Review: Hacksaw Ridge (2016)


When confronted with the word “hero”, different people picture different men in their minds. Some think of superheroes, some think of immensely strong and fearless soldiers and some think of remarkable generals and leaders. We seem to forget that the key aspects of a true hero are bravery and selflessness. Mel Gibson’s first film in over a decade is the biography of such a hero, a man who wasn’t particularly strong or skilled, but was ready to risk his life to save others. Hacksaw Ridge is an inspiring story based on true events although at times it seems too romanticized.

The story begins with Desmond Doss’ (Andrew Garfield) childhood in Lynchbourg, Virginia. Desmond and his brother Hal grow up with their religious mother (Rachel Griffiths) and their troubled father (Hugo Weaving), an alcoholic who is still haunted by his WWI demons. When the United States entered WWII after the attack on Pearl Harbor, Desmund and his brother decide to enlist for the army as most people in their age did. Desmund joins the 77th division and starts his training, but has a hard time there as he refuses to even touch a gun. Killing another man, even in a war, is against his deep-rooted beliefs and his only purpose is to serve as a medic, saving people instead of killing them. The film then moves forward to 1945 and the battle of Okinawa where amidst a living hell, Desmund Doss saves numerous lives and shows what he’s made of.

I had read and heard about how good this film was and since it was one of the most nodded in the Oscars I had high expectations. I have to say that watching the first part was quite disappointing. Everything about Desmond’s life before he enlisted seemed too Hollywood-esque. He appears as the perfect man, even though he had a difficult childhood growing up with an alcoholic father (which is not true for the real Desmond Doss’ father), he falls in love with first sight with a beautiful girl and after two days he makes her fall in love with him too. It’s like the screen writer preferred to please the audience rather than telling the true story. Fortunately, there was Hugo Weaving’s performance to redeem me. Such an underrated actor, I really felt that he should have got at least a nomination for this season’s awards. Everything got better after Desmond goes to the training camp, but still I could see nothing great about the picture.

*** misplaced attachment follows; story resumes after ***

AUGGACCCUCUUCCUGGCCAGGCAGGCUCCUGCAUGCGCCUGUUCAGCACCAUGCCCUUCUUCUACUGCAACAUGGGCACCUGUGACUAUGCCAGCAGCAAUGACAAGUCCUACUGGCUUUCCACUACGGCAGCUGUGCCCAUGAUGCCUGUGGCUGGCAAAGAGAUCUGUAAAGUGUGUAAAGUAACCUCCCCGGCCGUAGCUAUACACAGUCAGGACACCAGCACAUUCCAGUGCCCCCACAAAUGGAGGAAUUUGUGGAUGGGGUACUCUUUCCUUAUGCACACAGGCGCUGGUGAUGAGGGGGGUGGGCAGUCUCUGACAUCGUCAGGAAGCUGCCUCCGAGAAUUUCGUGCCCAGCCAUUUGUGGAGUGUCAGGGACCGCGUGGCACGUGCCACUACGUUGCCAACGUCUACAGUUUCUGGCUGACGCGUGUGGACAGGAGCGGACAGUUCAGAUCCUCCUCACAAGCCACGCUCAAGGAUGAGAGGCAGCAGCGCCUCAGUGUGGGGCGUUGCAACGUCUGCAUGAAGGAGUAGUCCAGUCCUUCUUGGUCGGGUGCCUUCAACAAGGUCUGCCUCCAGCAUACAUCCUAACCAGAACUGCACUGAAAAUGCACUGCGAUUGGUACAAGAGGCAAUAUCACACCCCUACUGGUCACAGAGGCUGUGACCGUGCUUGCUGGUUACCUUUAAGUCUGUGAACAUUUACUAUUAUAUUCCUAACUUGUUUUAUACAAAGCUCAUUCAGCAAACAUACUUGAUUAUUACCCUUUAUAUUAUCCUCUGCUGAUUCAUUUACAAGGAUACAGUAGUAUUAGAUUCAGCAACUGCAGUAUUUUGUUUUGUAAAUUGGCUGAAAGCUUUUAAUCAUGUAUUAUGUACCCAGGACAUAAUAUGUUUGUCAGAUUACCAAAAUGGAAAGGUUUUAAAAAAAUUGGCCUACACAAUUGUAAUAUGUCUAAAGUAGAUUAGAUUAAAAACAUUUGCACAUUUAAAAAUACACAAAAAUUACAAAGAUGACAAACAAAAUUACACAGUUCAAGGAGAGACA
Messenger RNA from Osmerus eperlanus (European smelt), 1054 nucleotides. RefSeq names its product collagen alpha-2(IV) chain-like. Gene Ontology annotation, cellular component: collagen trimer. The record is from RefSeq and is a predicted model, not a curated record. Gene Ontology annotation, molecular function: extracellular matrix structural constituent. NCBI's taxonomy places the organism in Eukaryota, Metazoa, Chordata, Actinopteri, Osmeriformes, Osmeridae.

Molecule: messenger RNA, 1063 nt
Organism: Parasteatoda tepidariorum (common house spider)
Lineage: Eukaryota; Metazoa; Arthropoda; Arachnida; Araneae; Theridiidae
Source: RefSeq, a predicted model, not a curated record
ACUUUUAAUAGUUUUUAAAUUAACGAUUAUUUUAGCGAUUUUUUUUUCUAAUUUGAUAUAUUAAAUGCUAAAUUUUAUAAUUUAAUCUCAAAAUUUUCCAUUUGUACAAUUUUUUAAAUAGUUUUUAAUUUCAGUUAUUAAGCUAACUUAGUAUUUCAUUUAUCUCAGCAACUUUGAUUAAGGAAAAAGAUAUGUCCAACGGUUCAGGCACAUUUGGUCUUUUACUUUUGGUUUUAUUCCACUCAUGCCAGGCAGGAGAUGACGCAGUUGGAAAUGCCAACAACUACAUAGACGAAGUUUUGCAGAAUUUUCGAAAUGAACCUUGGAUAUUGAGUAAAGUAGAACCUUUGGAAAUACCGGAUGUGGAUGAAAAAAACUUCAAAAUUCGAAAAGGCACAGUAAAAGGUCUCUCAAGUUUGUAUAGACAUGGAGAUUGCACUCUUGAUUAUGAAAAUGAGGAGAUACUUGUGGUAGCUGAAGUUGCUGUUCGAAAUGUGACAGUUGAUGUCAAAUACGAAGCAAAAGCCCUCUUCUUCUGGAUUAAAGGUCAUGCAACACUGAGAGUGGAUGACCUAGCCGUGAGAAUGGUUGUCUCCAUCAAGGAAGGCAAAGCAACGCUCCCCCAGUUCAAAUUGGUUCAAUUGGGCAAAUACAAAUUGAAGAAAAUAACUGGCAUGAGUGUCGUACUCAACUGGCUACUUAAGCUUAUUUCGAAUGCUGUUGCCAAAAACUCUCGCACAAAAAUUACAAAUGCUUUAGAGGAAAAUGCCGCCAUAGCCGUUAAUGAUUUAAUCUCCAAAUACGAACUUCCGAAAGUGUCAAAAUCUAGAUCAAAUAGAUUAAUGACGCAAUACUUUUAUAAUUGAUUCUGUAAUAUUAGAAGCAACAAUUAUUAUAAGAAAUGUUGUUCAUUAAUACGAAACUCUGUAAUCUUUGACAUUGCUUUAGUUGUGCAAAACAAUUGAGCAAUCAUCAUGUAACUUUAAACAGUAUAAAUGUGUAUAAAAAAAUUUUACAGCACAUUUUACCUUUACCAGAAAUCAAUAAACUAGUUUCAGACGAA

Much to the film’s credit, I forgot everything when the battle scene started. The scene was breathtaking! The pace was excellent, the sound and directing kept me in the edge of my seat, the cinematography and costumes were perfect. I didn’t know the historical details so I had no idea what the result would be and the film kept me guessing until the end sustaining suspense to the highest level. Desmond’s heroic act was masterfully showcased and the footage in the end made for the perfect epilogue.

Andrew Garfield was very good in this film and the supporting cast was solid. It’s a great return for Mel Gibson who got his first Academy Award nomination since 1996 when he won two Oscars for Braveheart. Although it’s not the masterpiece some people had me believe, it’s still makes for a great war film which can both affect you with its touching story and thrill you with astonishing action moments.